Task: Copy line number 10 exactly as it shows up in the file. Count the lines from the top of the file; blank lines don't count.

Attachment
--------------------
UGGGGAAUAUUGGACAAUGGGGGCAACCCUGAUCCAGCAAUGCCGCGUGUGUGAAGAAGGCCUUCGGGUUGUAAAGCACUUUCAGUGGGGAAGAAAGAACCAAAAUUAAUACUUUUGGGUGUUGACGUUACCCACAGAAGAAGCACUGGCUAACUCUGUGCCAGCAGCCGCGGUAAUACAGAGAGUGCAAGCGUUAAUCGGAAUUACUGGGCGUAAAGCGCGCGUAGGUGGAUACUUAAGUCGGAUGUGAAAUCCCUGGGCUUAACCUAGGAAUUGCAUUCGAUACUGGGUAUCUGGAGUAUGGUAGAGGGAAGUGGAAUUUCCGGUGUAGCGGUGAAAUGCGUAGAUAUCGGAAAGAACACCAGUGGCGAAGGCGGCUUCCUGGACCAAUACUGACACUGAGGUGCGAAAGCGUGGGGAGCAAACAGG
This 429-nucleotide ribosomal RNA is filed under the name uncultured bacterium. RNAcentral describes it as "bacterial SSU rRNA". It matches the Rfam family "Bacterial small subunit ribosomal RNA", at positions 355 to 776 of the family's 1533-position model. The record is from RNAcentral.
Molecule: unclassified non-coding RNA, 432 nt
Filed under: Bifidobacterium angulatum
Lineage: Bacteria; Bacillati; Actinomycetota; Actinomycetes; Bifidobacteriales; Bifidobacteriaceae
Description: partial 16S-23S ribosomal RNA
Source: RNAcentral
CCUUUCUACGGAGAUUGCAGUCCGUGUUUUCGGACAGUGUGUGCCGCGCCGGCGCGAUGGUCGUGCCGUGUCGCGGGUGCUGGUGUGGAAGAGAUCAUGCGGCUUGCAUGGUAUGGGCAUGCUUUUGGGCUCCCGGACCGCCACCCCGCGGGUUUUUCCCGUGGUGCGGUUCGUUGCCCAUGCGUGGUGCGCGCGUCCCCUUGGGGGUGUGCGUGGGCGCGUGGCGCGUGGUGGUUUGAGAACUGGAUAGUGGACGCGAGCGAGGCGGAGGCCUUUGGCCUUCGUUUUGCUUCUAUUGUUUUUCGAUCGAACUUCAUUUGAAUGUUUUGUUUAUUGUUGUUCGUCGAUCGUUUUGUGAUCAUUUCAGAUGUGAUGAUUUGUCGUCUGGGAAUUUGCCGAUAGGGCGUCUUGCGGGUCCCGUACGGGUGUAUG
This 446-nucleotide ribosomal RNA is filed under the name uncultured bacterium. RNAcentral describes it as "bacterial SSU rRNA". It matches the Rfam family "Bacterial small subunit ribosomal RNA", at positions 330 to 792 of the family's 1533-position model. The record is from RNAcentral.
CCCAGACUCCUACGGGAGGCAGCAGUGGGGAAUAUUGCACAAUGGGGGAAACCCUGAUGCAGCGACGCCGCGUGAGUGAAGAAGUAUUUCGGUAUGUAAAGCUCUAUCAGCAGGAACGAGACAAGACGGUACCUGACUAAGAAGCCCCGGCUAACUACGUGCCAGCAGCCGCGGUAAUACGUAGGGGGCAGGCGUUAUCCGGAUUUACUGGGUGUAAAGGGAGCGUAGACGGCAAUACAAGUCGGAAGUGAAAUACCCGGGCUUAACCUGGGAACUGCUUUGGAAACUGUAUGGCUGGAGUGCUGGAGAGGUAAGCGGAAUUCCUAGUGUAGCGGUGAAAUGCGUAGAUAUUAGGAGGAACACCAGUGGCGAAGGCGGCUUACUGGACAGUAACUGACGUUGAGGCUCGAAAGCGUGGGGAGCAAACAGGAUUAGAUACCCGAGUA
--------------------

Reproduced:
CCCAGACUCCUACGGGAGGCAGCAGUGGGGAAUAUUGCACAAUGGGGGAAACCCUGAUGCAGCGACGCCGCGUGAGUGAAGAAGUAUUUCGGUAUGUAAAGCUCUAUCAGCAGGAACGAGACAAGACGGUACCUGACUAAGAAGCCCCGGCUAACUACGUGCCAGCAGCCGCGGUAAUACGUAGGGGGCAGGCGUUAUCCGGAUUUACUGGGUGUAAAGGGAGCGUAGACGGCAAUACAAGUCGGAAGUGAAAUACCCGGGCUUAACCUGGGAACUGCUUUGGAAACUGUAUGGCUGGAGUGCUGGAGAGGUAAGCGGAAUUCCUAGUGUAGCGGUGAAAUGCGUAGAUAUUAGGAGGAACACCAGUGGCGAAGGCGGCUUACUGGACAGUAACUGACGUUGAGGCUCGAAAGCGUGGGGAGCAAACAGGAUUAGAUACCCGAGUA